Description : When Hernán Cortés and his explorers and their horses encountered the Aztecs under Moctezuma the violent collision of two worlds occurred: one mysteriously bound by the prophecy of the return of Quetzalcóatl and the other on a grand adventure without equal. This translation, written and illustrated by a former president of Mexico, takes the side of the Indian and through dramatic historical narrative, which displays the flavor of Mexico as it actually was in 1519, reveals the Indians' history of the Conquest. Through the author's clever justaposition of Cortés and Moctezuma and the love story of Marina and her Captain-General, we know more about how this strange land was conquered.
Description : The Rough Guide to Mexico is the essential travel guide to this vast, extraordinarily varied country. From the deserts of the north to the tropical jungles of Chaipas; from ancient pyramids to Mexico City's sophisticated club scene; from colonial cathedrals to spring break in Canc�n; the Rough Guide provides comprehensive coverage of it all. The guide offers detailed and practical advice on the best places to stay, where to sample some of Mexico's tastiest food and where to go to order the finest margarita for all budgets. The guide is packed with informed description of Mexico's archeological sites and museums and their fascinating historical and cultural background. Readers will find the coverage of hundreds of beaches, excursions and activities indispensable, while richly illustrated colour sections explore the wonders of Mexican cuisine and the country's dynamic festivals. Informative and inspirational, with dozens of maps, handy languages tips and site plans, The Rough Guide to Mexico is your essential companion to this vibrant, unforgettable country. Make the most of your holiday with The Rough Guide to Mexico
Description : These essays explore the Robin Hood legend in performance from three perspectives: its Tudor social and theatrical context, its adaptations and analogues in other cultures and its later history in theatre and film.
Description : W. Y. Evans-Wentz, great Buddhist scholar and translator of such now familiar works as the Tibetan Book of the Dead and the Tibetan Book of the Great Liberation, spent his final years in California. There, in the shadow of Cuchama, one of the Earth's holiest mountains, he began to explore the astonishing parallels between the spiritual teaching of America's native peoples and that of the deeply mystical Hindus and Tibetans. Cuchama and Sacred Mountains, a book completed shortly before his death in 1965, is the fruit of those explorations. To Cuchama, "Exalted High Place," came the young Cochimi and Yuma boys for initiation into the mystic rites for their people. In solitude they sought and received guidance and wisdom. In this same way, the peoples of ancient Greece, the Hebrews, the early Christians, and the Hindus had found access to inner truth on their own holy mountains: and in this same way must the modern person find the path to inner knowing. Surveying many of the most Sacred Mountains in North America, South America, Europe, and Asia, Evans-Wentz expresses the belief that the secret power of these high places has not passed away but only awaits the coming of a New Age. This new age, in accord with the oldest prophecies of our continent, will be a time of renaissance, the long-waited era of harmony and peace among all peoples. This renaissance shall be uniquely American, a renewal based on the values so long honored by the Americans before Columbus, and so ruthlessly trampled by the "civilized" Europeans who overran them. No other race of people has been as spiritual in their way of life than the original Americans, notes Evans-Wentz. Perhaps none other has known such martyrdom. Yet the secret greatness of the Indian religion still lives, ancient as the Earth itself, yet ageless in its power to renew.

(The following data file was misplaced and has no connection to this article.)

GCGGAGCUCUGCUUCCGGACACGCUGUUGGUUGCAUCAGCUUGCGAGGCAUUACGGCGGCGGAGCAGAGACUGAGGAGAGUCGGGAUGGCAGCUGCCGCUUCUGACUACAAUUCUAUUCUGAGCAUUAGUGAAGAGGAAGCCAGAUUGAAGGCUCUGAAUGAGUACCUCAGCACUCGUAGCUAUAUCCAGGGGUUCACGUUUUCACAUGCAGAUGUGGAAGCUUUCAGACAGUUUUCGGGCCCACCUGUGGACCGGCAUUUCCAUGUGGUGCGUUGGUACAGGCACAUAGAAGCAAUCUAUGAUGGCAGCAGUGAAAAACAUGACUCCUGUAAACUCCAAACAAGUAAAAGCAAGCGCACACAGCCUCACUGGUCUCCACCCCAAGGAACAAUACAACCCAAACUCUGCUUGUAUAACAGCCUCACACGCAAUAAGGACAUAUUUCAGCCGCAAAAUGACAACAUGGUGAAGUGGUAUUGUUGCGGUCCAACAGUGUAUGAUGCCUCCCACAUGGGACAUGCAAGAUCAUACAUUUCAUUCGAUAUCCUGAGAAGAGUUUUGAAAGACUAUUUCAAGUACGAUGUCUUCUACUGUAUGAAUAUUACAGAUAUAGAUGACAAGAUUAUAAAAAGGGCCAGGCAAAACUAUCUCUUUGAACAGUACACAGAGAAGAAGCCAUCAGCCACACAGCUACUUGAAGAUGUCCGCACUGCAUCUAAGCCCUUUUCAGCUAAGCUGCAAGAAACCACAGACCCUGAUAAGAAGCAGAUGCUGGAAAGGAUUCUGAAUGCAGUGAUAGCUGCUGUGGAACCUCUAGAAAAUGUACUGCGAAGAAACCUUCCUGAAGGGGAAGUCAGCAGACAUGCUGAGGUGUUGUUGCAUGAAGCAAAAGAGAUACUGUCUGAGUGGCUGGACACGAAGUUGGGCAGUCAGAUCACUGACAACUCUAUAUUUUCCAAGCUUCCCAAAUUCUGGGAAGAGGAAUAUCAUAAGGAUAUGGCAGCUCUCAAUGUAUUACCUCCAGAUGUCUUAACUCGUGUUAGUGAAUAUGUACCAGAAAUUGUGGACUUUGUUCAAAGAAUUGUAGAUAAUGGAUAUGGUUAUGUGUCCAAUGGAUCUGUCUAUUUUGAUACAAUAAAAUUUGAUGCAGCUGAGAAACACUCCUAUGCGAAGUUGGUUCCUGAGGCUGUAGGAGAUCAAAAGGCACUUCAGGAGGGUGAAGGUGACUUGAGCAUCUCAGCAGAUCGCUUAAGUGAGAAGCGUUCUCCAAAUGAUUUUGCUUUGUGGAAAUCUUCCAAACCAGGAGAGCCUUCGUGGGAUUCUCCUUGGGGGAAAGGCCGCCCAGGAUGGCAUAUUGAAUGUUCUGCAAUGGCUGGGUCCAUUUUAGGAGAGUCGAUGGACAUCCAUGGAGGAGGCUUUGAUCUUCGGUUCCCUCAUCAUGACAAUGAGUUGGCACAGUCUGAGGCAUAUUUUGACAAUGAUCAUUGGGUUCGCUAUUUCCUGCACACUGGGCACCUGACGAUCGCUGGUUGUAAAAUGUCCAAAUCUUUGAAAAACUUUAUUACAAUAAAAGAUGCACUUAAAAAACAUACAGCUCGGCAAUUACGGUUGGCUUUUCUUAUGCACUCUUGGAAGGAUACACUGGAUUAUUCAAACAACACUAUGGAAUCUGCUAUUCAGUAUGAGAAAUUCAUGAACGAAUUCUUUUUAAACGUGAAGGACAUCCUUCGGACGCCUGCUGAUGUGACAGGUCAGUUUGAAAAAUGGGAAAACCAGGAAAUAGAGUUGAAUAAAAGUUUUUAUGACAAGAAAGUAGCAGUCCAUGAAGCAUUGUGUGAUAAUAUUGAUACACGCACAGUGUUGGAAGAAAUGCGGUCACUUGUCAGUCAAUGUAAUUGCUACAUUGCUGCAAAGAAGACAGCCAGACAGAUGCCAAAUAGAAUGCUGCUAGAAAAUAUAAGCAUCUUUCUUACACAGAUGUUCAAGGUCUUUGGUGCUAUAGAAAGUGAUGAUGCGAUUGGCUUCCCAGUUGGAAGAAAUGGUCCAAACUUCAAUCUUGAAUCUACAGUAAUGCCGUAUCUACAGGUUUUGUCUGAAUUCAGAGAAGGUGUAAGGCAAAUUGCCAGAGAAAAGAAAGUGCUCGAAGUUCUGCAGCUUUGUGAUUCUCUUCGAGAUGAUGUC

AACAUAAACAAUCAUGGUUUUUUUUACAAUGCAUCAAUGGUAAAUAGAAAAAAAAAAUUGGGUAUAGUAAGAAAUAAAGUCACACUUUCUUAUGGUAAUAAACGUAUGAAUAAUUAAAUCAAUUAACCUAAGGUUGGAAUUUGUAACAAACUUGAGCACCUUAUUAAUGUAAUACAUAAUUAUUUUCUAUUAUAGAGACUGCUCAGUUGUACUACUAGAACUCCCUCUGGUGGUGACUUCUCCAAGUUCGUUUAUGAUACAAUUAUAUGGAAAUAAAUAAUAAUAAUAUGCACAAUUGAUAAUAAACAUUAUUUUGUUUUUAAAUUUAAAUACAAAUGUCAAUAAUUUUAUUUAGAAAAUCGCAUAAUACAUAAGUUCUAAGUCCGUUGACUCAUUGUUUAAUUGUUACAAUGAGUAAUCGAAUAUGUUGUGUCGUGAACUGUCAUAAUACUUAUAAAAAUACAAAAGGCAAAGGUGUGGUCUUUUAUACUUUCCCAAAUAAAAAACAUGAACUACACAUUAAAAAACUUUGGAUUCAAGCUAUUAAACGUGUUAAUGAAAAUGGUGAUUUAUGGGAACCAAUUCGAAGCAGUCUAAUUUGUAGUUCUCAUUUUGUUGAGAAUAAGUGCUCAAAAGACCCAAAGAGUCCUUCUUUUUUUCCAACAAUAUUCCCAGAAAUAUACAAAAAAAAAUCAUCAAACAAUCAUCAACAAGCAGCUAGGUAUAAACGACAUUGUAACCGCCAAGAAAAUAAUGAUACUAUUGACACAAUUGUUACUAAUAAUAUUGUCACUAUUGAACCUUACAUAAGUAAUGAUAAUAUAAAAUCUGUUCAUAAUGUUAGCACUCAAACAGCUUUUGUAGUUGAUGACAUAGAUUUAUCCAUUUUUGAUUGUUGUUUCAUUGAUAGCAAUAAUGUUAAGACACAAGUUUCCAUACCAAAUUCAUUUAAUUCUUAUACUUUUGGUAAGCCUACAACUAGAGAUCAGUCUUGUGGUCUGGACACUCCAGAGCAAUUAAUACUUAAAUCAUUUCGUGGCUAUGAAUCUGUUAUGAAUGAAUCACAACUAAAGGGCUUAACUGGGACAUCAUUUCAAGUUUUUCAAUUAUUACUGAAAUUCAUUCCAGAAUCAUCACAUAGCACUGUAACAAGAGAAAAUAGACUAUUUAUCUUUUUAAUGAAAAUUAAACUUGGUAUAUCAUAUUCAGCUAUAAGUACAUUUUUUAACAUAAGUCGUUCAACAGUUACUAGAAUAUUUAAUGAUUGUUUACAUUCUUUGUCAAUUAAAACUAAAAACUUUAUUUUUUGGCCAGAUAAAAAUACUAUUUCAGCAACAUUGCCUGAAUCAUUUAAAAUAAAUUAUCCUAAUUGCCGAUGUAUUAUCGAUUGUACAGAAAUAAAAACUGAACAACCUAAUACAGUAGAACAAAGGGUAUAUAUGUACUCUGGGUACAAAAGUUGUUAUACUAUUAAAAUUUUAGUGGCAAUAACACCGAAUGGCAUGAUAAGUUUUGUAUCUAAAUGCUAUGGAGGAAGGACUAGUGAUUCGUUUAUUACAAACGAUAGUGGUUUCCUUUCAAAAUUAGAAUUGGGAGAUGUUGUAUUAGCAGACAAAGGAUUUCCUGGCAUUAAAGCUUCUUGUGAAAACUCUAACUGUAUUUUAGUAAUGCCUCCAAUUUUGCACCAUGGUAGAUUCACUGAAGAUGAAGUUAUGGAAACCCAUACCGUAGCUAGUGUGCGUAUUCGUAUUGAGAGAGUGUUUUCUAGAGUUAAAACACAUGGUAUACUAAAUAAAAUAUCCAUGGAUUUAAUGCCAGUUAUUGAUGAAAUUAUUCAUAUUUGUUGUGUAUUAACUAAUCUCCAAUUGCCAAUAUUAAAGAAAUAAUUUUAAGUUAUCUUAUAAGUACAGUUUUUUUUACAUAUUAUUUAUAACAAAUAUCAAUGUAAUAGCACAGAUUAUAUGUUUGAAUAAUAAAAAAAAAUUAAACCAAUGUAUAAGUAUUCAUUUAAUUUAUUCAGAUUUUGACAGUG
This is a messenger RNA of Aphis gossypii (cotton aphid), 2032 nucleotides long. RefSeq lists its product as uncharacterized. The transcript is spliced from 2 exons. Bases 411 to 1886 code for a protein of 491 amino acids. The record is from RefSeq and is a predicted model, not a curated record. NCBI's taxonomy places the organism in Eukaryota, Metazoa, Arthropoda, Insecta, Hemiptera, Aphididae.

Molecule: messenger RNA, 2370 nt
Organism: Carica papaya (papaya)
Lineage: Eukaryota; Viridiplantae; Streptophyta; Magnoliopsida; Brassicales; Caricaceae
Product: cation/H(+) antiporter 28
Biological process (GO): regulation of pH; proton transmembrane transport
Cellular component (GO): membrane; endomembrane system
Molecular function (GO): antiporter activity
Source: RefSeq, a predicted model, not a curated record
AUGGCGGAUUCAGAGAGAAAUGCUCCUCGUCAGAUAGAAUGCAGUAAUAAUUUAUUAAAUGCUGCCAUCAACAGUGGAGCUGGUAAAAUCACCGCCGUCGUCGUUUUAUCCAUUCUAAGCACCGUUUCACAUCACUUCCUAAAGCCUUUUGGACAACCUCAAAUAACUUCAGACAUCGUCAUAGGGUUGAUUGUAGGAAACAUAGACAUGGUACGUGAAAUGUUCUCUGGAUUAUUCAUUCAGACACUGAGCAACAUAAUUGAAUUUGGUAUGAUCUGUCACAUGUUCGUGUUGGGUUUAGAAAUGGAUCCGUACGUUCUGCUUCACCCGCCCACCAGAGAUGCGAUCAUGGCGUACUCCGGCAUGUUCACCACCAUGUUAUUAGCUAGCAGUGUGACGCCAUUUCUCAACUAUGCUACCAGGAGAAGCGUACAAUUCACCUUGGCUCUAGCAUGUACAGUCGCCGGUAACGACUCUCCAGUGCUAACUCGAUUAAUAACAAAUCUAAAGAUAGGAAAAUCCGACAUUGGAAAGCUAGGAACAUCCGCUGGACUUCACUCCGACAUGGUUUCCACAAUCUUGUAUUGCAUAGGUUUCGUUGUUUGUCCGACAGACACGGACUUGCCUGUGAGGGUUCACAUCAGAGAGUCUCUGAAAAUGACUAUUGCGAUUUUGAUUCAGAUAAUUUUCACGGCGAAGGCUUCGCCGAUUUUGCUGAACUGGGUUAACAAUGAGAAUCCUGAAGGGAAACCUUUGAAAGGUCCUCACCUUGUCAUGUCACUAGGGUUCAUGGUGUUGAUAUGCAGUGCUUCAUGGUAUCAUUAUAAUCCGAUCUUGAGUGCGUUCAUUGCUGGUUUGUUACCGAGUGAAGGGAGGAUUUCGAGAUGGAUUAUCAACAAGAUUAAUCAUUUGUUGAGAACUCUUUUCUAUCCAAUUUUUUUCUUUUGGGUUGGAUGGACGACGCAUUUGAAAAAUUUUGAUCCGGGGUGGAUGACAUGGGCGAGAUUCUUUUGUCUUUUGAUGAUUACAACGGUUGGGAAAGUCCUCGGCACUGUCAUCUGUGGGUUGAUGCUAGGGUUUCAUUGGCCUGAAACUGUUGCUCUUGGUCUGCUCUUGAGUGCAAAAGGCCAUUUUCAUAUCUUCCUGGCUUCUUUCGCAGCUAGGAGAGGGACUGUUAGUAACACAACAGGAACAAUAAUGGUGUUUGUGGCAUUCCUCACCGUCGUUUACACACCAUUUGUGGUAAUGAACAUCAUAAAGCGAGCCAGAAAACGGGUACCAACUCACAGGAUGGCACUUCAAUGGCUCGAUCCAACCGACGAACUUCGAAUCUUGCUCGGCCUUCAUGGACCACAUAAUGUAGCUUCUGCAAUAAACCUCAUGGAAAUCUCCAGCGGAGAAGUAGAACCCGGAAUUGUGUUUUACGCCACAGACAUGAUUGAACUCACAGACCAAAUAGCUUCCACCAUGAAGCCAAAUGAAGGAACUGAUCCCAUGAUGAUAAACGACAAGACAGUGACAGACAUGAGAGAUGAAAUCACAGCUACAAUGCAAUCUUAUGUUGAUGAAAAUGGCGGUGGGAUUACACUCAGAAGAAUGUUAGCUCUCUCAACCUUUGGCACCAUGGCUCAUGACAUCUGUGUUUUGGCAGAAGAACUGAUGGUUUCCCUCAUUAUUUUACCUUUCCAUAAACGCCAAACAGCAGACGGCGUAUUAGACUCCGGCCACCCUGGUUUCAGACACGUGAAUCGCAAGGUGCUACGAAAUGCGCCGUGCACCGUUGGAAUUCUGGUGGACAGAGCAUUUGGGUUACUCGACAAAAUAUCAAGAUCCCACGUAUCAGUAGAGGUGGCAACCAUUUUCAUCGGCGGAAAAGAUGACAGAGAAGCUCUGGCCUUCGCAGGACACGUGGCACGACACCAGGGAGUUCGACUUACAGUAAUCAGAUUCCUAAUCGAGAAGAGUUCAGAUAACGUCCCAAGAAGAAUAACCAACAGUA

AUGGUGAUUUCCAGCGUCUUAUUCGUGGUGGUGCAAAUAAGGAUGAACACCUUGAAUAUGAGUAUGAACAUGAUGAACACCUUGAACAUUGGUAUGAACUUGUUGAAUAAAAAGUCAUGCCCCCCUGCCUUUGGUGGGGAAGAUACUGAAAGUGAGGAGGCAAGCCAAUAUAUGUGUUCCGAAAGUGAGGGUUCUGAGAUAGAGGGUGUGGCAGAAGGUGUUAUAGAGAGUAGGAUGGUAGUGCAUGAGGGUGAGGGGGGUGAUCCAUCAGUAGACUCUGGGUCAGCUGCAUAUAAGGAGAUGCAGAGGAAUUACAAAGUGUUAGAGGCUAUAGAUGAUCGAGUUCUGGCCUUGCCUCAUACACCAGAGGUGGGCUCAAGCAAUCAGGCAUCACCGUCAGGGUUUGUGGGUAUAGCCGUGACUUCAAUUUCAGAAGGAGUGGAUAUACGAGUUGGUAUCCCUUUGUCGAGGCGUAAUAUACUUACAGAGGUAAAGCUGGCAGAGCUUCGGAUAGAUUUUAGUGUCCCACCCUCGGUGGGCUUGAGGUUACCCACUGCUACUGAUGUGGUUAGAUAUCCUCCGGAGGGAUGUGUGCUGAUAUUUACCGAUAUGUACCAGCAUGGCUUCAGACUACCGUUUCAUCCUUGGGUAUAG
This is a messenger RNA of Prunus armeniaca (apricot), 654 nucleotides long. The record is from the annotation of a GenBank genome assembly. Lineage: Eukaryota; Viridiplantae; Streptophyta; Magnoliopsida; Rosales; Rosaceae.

Description : Though the Aztec Empire fell to Spain in 1521, three principal heirs of the last emperor, Moctezuma II, survived the conquest and were later acknowledged by the Spanish victors as reyes naturales (natural kings or monarchs) who possessed certain inalienable rights as Indian royalty. For their part, the descendants of Moctezuma II used Spanish law and customs to maintain and enhance their status throughout the colonial period, achieving titles of knighthood and nobility in Mexico and Spain. So respected were they that a Moctezuma descendant by marriage became Viceroy of New Spain (colonial Mexico's highest governmental office) in 1696. This authoritative history follows the fortunes of the principal heirs of Moctezuma II across nearly two centuries. Drawing on extensive research in both Mexican and Spanish archives, Donald E. Chipman shows how daughters Isabel and Mariana and son Pedro and their offspring used lawsuits, strategic marriages, and political maneuvers and alliances to gain pensions, rights of entailment, admission to military orders, and titles of nobility from the Spanish government. Chipman also discusses how the Moctezuma family history illuminates several larger issues in colonial Latin American history, including women's status and opportunities and trans-Atlantic relations between Spain and its New World colonies.